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Burning Man Through The Eyes Of An Archaeologist


(AP Photo/Brad Horn)

A an aerial view of Black Rock City is seen during the Burning Man festival near Gerlach, Nev., on Friday, Aug. 29, 2008.

“Each August, cadres of staff and volunteers begin to construct Black Rock City, a temporary city located in the Black Rock Desert of northwestern Nevada, 12 miles north of Gerlach, a town that greets visitors with a sign that reads, ‘Welcome to Nowhere.’”  

This is, of course, referring to Burning Man – and that was the intro to an archaeology book by Carolyn White, an anthropology professor at the University of Nevada Reno.  

She set out to study Black Rock City as an archaeological site in 2008, and her book, “The Archaeology of Burning Man: The Rise and Fall of Black Rock City” – is the result of that research.  

“Burning Man and Black Rock City attracted me as a place where I could launch a project where I applied those methods and theories that I used to study the more traditional archaeological sites and apply those methods to the present,” she said.

White is interested in the daily lives of people and the city that appears and disappears in about two months' time at the end of the summer seemed like a great place to study how people create public and private spaces.

Black Rock City is actually an archaeologist's nightmare because one of the basic tenents of life on the playa is 'leave no trace' but archaeologists use traces to figure out how ancient civilizations lived.

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So instead of looking for traces of daily life, White went to the festival and interviewed Burners. She said overwhelmingly people wanted to talk about their campsites and how they lived.

“The great thing about this project is that there have been many willing participants who have been extraordinarily cooperative," she said.

At traditional archaeology sites, participants are long gone but at Burning Man, White could talk to people about their lives.

“I think that people were surprised that someone might be interested in the ways that they pack their car or where they store their food or how each camp gets rid of gray water," she said, "It’s not the kind of thing that people generally talk about. So to have someone interested in those mundane, daily events was overall something people were completely open to.”

But since there is no way to document all of Black Rock City in one visit, she went year after year looking to fill the gaps in her knowledge of the festival.

White said organizers start building the camp in August. They set up the boundaries and the roads that radiate out from the central hub, which is the gigantic statue of a man that will be burned at the end of the week. The roads also run concentrically around the playa, which is laid out like a massive clock.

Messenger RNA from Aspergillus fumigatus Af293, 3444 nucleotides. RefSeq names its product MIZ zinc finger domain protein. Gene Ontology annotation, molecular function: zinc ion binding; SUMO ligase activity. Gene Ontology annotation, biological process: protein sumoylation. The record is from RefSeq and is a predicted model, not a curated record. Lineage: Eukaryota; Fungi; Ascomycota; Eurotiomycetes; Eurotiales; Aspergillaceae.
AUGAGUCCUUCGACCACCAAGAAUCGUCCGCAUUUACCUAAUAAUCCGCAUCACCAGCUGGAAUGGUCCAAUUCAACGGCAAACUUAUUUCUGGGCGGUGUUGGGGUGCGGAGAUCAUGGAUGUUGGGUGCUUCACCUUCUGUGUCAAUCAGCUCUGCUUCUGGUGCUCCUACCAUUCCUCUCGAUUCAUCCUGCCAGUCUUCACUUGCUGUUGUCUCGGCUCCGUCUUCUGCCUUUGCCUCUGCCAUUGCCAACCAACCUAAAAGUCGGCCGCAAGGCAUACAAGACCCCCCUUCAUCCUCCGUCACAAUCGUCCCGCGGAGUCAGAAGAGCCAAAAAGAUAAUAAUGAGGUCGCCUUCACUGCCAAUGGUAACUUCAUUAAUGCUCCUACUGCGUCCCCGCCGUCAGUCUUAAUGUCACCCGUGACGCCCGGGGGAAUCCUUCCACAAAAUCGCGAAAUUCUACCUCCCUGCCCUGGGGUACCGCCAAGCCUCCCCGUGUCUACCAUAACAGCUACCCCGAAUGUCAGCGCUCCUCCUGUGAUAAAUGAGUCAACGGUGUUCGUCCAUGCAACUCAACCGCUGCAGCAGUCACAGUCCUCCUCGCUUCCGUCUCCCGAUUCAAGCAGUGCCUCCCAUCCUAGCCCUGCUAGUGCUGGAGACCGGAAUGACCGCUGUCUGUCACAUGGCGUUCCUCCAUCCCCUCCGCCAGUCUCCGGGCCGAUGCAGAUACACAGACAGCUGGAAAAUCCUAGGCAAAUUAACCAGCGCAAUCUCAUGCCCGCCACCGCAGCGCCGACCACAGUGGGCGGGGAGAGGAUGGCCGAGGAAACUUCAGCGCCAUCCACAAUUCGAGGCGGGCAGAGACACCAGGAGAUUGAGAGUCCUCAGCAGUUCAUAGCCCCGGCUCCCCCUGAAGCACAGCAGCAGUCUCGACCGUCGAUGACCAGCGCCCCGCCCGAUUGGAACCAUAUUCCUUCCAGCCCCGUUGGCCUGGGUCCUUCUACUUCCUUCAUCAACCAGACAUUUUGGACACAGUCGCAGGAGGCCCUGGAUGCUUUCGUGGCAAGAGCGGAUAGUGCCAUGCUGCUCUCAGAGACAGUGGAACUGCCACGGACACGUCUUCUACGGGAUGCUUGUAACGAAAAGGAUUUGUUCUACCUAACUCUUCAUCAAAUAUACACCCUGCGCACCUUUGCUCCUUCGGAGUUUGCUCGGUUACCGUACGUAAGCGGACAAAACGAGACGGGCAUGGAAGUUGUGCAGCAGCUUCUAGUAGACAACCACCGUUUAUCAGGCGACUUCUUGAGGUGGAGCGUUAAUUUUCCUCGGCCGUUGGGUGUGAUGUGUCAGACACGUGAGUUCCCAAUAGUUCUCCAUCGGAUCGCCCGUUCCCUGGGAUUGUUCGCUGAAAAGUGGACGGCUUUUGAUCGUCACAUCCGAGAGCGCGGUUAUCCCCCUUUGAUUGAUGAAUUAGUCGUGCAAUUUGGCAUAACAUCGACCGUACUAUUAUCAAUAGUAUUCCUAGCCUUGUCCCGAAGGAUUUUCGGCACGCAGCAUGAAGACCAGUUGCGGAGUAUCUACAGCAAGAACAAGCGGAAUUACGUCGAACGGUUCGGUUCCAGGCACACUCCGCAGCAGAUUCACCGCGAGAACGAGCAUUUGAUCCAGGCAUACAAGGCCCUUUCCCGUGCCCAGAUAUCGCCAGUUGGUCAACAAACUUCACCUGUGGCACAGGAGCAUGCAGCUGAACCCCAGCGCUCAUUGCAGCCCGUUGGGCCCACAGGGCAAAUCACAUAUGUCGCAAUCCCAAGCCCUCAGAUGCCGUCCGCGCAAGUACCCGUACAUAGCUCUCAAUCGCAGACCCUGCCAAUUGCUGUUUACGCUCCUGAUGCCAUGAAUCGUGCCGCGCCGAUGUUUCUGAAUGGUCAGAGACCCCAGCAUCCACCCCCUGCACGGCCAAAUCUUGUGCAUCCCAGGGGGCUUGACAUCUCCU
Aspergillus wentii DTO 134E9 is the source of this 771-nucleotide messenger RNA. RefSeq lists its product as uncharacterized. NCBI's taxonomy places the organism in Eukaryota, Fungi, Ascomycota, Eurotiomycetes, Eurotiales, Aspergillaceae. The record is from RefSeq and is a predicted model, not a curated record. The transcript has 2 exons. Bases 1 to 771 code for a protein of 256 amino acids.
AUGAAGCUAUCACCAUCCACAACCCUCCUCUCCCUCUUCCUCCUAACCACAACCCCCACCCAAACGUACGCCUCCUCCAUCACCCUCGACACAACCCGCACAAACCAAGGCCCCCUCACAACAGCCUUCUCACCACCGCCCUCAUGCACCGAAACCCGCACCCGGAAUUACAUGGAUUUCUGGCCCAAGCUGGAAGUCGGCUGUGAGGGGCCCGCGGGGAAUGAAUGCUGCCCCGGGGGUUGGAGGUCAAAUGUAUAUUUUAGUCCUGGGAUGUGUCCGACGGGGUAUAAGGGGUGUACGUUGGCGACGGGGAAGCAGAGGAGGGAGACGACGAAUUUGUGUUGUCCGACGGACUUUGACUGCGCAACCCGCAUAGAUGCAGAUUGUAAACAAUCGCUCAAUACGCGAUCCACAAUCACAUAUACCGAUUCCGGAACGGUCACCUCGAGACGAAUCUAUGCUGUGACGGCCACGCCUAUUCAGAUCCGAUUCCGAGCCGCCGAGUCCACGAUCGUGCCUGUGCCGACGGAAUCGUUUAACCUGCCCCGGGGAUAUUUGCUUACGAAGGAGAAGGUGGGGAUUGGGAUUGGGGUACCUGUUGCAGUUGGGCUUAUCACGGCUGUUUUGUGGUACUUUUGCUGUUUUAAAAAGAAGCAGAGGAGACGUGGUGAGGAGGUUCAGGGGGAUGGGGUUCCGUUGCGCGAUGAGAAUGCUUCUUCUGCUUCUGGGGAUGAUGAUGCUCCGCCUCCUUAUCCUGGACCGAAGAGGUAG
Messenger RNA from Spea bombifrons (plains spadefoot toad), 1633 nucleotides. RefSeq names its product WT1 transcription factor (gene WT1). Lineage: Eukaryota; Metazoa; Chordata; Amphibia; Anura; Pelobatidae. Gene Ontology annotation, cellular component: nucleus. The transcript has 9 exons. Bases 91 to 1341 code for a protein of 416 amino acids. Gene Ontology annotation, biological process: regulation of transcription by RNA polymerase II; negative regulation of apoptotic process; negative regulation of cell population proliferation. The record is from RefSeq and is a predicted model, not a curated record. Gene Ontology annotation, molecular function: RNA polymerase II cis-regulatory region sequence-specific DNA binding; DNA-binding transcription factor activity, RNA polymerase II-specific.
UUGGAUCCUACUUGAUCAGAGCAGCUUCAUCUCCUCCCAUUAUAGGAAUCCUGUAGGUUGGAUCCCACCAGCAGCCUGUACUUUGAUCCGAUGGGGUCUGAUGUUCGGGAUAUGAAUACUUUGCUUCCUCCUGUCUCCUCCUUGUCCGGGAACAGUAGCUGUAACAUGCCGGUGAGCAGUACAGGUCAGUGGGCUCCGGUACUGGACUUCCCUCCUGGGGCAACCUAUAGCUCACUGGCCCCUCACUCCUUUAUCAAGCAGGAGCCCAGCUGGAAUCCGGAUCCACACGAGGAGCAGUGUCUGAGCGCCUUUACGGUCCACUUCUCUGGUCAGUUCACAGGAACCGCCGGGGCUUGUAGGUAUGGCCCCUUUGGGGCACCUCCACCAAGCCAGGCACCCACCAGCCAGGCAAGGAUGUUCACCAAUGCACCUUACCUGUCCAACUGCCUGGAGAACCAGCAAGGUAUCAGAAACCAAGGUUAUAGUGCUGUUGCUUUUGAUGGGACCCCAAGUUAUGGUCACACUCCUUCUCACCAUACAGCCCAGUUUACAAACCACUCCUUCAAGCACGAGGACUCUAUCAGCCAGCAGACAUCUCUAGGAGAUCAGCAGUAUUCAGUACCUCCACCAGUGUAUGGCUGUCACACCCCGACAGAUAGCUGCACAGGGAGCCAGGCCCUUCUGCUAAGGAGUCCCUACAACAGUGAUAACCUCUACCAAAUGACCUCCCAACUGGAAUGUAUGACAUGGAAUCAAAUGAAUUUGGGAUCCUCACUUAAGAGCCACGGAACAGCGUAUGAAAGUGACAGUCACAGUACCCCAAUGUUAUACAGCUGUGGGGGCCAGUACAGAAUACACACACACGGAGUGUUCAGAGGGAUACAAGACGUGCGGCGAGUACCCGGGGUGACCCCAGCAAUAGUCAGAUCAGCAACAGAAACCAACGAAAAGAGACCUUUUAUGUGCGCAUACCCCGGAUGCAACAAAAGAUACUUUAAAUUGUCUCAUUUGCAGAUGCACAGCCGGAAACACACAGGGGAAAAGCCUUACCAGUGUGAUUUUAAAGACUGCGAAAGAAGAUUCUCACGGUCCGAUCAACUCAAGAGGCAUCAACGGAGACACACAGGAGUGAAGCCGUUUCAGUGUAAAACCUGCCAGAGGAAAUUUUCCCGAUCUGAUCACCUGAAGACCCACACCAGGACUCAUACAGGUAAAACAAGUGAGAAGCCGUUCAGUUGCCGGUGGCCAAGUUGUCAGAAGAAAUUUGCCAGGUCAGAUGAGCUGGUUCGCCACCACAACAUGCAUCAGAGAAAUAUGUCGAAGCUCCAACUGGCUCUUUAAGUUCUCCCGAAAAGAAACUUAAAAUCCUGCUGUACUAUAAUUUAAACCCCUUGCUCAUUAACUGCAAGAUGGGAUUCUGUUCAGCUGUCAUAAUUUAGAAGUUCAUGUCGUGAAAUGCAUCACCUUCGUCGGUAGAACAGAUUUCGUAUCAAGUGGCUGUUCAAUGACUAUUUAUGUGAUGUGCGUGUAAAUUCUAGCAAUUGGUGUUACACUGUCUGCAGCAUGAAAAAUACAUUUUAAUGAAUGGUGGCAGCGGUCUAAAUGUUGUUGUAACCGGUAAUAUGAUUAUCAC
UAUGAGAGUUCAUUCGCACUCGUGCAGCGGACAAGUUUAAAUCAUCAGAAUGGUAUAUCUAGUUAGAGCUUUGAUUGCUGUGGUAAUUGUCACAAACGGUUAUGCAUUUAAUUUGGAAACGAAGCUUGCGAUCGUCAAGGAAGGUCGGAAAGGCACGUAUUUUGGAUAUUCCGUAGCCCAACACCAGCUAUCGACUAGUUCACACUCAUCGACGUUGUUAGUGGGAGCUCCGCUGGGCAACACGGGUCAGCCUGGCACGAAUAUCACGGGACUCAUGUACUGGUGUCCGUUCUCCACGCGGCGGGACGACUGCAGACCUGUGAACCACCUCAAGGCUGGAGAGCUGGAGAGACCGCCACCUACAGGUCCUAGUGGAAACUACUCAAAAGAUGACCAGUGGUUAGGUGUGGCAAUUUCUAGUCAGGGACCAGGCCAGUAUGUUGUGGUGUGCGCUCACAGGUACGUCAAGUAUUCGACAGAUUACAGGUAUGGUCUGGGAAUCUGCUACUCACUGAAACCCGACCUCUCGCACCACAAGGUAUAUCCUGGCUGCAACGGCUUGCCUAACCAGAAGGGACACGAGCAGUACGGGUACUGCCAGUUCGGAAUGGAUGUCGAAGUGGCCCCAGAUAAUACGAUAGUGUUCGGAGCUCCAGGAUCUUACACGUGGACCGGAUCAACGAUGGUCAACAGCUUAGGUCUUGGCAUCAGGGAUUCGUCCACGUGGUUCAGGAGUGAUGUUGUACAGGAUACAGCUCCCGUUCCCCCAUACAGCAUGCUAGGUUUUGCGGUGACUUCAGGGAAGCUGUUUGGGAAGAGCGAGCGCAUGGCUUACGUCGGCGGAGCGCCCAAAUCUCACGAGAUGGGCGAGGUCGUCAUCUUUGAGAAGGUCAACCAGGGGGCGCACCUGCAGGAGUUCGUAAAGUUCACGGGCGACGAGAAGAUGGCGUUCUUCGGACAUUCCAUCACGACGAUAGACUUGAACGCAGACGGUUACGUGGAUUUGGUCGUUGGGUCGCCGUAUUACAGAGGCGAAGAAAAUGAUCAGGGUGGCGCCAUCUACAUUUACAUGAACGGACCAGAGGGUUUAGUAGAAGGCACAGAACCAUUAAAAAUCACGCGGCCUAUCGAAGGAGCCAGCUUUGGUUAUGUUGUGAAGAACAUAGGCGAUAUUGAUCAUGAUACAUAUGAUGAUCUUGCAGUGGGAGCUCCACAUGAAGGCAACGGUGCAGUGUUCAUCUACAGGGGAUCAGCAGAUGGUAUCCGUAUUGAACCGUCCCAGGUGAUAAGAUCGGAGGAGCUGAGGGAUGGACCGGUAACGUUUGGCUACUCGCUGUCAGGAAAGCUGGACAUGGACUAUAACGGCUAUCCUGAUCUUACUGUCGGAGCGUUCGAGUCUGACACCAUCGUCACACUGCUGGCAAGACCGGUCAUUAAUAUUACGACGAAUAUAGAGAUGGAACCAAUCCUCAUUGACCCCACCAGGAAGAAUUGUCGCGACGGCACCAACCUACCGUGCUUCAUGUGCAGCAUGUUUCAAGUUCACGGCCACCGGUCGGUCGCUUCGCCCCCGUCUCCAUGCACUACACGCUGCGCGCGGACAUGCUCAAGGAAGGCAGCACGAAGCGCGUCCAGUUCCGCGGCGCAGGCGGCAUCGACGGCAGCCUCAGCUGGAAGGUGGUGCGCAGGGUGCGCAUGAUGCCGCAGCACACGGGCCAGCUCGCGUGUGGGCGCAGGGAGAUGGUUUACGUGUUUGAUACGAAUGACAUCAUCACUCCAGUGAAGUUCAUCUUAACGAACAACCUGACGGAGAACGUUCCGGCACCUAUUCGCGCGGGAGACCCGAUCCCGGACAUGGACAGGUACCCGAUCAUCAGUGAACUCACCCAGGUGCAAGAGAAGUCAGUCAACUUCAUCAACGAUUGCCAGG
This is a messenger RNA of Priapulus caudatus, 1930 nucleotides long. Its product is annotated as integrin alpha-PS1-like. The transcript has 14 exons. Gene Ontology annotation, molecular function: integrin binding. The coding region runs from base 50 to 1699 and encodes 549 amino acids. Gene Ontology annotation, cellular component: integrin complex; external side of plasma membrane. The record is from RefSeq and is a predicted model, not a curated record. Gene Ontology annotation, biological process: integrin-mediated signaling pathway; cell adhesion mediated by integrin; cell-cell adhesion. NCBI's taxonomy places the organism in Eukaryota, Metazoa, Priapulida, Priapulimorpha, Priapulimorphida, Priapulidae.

Burners come later to fill in the clock with their own camps. Some are elaborate, she said, and some are simple tents for one person.

“I think in the book there is a nice cross-section between small, single-person tents to villages that are comprised of hundreds of people," she said, "I wanted to show the diversity and array of what people build out there from the simplest most basic to the over the top elaborate.”

The leave-no-trace ethic permeates the entire festival where the biggest insult is being called a 'MOOP-er.' MOOP is an acronym for 'matter out of place.' 

White said after the festival is finished the organizers spend a month and a half taking everything down and then comb the playa inch by inch looking for any trash that might have been left behind. 

White said it was that contrast behind what people think of as the chaos of Burning Man and how the event is really organized that drew her to the project.

“Immediately, I thought that the things that people think about Burning Man don’t really line up with what it’s like to live there on a daily basis,” she said.

It's not just about leaving nothing behind but it's about another of the 10 principles of Burning Man - radical self-reliance.

“Part of it is just that everyone has to bring in their own food, all their own water, all of the materials they need to survive and thrive in the city and people take that very seriously and have an attitude of bringing extra as well,” she said.

Besides the extraordinary organization and the radical self-reliance displayed by Burners, White was surprised by how ordinary Black Rock City can be. 

“One of the lessons for me, much to my surprise, was that Black Rock City is really very similar to every city. It’s just that Burning Man and the event that forms the city happens a lot more quickly,” she said.

White said the city is put together much the same way a 19th Century mining town might have been with divisions of public and private spaces. The only difference is some of the sites and sounds will be a lot more fantastical.

“It’s just people traveling to a place, making it their home for a short amount of time, and then, packing up and putting everything back so that they can do it again,” she said.

White hopes her research demonstrates the value of looking at the world we live in now from an archaeology standpoint that can teach us about how people live day to day and how they use resources as a way to guide the future of civilization. 


Carolyn White, anthropology professor, University of Nevada Reno 

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